The Icarus Syndrome Meets the Wearable Revolution

Three thousand years ago, a young Greek entrepreneur named Icarus came up with an idea for a truly disruptive new technology: a set of wings, fashioned out of bird feathers and held together by wax, which could be worn on the human arm. Icarus hesitated before testing his new device: didn’t the Gods warn against human arrogance? But he quickly dismissed his doubts: didn’t the sages who gathered in the marketplaces every day warn about fear of failure? In a flush of excitement he decided to dispense with beta testing and go straight for a hard launch.

The exhilaration was incredible. Icarus flew ever higher into the bright-blue Aegean sky—and as he flew he thought about selling his new product in the marketplace and becoming as rich as Croesus. The wings would surely disrupt old industries and create new ones in an instant. Sailboats and oxcarts would be put out of business! Argonauts would carry Greek products and culture to distant lands! Even the Gods would have to rethink their business models as men began to rule the skies as well as the land! But as he soared toward the sun things began to go wrong. The heat began to melt the wax. The feathers fluttered off into the air. And poor Icarus fell to earth. Sometimes failure is more than just a learning experience.

It cannot be long before Elon Musk or some other tech billionaire produces a set of wings. But until that happy day we have plenty of other devices that are intended to give us Godlike powers. The last great wave of technological innovation was all about social interaction. The next wave will be all about self-enhancement: wearable devices that improve our powers of seeing and being.

The device that has attracted most attention so far is Google Glass: a combination of high-tech eyeglasses and head-mounted computers that allow their wearers to see a world of information floating in front of their eyes. But there are hundreds of other clever devices that are either already in the shops or about to be launched. These products come in three main forms.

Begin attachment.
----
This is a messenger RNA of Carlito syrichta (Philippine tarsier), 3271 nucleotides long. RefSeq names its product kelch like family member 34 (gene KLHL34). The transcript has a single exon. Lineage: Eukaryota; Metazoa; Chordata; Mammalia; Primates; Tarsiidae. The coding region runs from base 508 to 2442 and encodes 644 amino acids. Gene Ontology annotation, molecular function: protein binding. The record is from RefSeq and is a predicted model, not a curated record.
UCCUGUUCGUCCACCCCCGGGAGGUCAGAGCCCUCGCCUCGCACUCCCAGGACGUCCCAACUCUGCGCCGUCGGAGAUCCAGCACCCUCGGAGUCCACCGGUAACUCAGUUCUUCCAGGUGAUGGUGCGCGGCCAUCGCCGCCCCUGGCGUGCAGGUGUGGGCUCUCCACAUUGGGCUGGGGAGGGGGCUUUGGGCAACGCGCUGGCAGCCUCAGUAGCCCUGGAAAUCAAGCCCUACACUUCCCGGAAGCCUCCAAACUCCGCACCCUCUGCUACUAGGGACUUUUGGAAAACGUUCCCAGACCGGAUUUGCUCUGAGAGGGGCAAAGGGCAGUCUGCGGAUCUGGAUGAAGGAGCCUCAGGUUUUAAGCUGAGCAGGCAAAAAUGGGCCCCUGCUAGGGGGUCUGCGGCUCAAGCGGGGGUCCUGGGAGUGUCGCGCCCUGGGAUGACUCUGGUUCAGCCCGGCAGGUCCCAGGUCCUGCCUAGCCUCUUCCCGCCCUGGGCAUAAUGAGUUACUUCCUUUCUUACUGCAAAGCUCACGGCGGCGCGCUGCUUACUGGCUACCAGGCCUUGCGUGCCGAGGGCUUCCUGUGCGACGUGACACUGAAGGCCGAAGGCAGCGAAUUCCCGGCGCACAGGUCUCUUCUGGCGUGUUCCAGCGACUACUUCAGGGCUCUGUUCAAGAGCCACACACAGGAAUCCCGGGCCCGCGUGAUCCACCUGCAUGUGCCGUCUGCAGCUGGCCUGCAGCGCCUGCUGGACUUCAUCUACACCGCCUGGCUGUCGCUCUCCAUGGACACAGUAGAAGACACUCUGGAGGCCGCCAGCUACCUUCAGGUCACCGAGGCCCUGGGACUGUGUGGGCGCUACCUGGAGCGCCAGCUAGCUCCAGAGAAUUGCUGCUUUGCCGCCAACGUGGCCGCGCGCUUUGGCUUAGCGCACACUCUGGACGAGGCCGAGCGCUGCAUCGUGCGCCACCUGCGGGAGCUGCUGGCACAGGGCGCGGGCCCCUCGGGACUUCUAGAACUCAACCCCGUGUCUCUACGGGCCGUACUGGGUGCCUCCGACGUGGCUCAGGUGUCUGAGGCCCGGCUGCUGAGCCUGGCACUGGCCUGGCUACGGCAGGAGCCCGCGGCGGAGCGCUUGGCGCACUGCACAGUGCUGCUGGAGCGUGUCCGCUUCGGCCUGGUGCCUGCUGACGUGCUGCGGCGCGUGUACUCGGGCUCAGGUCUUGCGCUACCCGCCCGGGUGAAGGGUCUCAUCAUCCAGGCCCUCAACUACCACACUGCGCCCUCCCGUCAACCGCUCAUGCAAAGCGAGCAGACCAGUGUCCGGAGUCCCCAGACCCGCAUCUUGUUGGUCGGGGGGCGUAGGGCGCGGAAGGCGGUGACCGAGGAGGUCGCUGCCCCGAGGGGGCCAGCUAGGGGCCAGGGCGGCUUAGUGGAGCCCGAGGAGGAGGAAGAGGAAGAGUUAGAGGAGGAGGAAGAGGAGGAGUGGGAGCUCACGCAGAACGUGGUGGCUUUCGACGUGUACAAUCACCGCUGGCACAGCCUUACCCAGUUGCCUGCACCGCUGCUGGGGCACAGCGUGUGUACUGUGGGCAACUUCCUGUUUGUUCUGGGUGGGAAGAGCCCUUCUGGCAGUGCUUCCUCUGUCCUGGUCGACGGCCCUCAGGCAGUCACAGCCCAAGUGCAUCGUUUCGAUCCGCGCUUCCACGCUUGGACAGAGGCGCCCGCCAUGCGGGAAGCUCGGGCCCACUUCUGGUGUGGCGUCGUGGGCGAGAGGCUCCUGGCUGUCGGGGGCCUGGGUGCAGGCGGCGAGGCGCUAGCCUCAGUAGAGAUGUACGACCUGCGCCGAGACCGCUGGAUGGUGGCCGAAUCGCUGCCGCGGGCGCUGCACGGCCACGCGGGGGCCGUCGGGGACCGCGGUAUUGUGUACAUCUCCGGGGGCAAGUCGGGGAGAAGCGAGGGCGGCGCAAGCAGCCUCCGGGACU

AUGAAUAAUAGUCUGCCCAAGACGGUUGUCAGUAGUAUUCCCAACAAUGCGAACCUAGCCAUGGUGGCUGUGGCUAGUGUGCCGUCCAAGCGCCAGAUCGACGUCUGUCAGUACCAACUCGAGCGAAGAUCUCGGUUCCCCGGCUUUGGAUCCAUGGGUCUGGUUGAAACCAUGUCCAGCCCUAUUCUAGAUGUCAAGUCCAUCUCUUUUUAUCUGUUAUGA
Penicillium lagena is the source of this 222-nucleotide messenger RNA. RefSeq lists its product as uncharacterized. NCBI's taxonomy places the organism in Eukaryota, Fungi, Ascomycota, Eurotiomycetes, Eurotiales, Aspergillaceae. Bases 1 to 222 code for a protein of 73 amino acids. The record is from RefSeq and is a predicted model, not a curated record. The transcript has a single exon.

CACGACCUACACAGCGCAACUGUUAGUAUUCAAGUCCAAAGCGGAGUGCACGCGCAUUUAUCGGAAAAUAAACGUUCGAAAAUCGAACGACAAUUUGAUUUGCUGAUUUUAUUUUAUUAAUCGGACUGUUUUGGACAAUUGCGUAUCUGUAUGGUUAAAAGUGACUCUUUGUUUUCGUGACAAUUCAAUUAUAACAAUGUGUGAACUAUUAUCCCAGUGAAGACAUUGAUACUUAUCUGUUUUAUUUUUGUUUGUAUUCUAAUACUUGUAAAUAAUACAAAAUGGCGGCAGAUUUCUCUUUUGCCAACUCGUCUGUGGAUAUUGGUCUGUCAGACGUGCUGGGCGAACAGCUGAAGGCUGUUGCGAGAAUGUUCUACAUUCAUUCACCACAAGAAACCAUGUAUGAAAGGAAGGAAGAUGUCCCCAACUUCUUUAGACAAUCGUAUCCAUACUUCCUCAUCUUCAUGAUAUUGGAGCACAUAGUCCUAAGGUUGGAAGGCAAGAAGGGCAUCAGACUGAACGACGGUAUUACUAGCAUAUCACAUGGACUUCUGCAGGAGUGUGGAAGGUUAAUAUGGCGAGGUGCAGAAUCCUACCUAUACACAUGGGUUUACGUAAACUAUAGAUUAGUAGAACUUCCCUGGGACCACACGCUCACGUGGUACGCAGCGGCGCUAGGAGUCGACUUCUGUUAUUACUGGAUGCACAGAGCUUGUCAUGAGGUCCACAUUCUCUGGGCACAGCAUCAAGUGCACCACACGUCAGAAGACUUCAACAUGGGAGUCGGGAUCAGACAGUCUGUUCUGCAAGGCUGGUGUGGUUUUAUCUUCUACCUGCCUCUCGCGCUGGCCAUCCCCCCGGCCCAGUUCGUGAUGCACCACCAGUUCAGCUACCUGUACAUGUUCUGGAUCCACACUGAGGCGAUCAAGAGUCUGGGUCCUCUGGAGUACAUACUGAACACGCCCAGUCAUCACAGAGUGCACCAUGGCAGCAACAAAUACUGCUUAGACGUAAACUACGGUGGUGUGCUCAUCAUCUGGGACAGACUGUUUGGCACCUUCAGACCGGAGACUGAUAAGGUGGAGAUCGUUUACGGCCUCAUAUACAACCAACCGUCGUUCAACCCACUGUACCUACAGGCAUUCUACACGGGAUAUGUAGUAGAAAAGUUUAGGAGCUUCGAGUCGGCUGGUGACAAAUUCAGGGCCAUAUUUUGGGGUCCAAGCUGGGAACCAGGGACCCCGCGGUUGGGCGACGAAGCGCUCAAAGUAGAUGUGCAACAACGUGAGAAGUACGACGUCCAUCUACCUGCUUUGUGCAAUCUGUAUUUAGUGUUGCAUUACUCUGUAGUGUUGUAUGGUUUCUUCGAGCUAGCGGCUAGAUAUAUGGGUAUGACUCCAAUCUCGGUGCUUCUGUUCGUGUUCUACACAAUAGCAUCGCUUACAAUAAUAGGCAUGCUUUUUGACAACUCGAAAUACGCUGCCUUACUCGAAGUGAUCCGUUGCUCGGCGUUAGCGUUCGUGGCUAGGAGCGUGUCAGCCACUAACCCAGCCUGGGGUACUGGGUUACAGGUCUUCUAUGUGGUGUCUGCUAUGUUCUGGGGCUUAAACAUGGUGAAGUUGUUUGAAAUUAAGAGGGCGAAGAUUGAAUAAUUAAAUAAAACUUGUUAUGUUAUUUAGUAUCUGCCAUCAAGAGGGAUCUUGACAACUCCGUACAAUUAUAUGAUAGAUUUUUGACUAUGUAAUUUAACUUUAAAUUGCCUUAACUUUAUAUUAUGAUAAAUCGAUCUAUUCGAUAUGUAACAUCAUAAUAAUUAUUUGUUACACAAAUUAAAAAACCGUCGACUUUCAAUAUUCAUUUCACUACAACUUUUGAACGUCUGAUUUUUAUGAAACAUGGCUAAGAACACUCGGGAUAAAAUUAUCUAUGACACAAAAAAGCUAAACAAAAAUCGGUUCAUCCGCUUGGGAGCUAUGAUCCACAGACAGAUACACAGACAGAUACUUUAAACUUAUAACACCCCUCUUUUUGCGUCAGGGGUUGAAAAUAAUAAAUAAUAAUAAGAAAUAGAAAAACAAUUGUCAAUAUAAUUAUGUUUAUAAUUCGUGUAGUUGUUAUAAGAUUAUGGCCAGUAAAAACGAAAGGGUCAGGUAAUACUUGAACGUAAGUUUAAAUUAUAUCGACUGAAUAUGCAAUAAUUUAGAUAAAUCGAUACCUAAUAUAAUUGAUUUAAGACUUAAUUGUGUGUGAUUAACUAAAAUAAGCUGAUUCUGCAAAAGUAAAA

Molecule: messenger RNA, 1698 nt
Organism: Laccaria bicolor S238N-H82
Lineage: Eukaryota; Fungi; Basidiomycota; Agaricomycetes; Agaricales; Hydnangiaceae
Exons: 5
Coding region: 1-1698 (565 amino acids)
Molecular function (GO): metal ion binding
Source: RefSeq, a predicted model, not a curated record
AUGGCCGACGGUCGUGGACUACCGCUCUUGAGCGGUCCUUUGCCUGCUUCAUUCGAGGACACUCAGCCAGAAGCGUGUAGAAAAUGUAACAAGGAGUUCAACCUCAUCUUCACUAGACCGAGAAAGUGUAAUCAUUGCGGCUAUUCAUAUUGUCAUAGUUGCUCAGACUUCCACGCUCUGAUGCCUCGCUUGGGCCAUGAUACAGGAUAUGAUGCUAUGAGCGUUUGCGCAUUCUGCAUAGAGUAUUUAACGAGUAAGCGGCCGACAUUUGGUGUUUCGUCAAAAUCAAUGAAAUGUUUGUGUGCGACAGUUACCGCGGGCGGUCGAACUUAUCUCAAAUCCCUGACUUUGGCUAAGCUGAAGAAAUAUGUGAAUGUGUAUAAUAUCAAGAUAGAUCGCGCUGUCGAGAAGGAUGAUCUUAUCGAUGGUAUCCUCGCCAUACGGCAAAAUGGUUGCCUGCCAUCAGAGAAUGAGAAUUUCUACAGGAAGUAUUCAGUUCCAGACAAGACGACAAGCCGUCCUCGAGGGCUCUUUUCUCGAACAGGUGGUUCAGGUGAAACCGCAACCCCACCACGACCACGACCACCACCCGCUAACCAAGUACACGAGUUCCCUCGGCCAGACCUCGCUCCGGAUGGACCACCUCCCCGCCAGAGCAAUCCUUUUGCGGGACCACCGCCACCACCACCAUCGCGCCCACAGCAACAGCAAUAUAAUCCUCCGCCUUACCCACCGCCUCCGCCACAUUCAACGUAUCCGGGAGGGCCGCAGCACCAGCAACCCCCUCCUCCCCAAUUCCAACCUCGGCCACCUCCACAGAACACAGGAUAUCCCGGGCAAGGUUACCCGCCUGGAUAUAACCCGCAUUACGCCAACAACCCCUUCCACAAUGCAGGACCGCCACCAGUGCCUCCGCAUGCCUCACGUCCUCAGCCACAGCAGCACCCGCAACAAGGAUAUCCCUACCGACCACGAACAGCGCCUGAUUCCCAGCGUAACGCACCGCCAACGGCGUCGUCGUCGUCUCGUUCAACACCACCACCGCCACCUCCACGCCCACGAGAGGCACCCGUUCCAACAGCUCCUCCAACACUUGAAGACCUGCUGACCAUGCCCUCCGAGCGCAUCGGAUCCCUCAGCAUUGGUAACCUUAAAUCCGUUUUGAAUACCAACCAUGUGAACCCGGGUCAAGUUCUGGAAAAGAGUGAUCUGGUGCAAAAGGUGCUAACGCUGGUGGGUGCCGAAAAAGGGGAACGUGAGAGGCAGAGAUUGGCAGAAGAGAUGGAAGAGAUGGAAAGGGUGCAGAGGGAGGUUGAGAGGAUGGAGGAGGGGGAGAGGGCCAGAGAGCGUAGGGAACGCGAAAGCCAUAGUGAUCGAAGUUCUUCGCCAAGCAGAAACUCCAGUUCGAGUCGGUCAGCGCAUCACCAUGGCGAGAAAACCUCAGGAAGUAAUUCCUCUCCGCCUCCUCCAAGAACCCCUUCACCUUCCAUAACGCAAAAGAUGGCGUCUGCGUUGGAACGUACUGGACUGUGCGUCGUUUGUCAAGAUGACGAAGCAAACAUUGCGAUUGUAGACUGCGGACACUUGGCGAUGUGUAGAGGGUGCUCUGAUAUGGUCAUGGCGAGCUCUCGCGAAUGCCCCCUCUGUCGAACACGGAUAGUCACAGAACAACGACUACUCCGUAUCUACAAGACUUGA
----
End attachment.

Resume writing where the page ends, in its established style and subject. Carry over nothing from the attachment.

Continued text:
The first is “quantified self” products that allow people to measure (and therefore improve) everything that they do. Fitbit and Jawbone make wrist devices that track physical activity and sleep patterns. MC10 is developing a wearable patch that measures everything from blood pressure to heart rate. One subcategory of quantified-self products is medical devices that give people the power to monitor their health. MC10’s patch will be able to deliver medicine as well as decide whether you need it. Another subcategory is surveillance devices: Narrative makes a tiny camera, designed to be worn on a lapel, that automatically takes photos every 30 seconds so that you can blog your life.

The second area is enhancement technologies. In many ways Google Glass is the most basic of these. Prosthetic devices and exoskeletons allow the elderly or the handicapped to overcome their disabilities. Oscar Pistorius, a double amputee since infancy, was able to run the 400 meters at the 2012 Summer Olympics in 45.44 seconds, thanks to artificial legs. Cyberdine, a Japanese company, produces an artificial limb ironically named HAL (for hybrid assistive limb) that can help disabled people learn to walk. Researchers at M.I.T. have produced exoskeletons that allow people, such as soldiers, firefighters and removal workers, to carry super-human loads.

The third product form is virtual-reality devices. Oculus Rift is one of a new generation of companies that are producing headsets that are far more user-friendly than anything we have seen before. Facebook bought the company in July 2014 for $2 billion. Leap Motion has developed a way of controlling your computer with a wave of the hand. Virtual-reality headsets will enable movie watchers or game players to enter video paradises. But they also have more practical applications. Executives will be able to get the feeling of attending meetings without the need to travel. Architects will be able to slip on headsets to see what their designs will look like in practice. Sports clubs have already incorporated wearable technology into athletic equipment in order to monitor the athletes’ performance and reduce the chances of injury.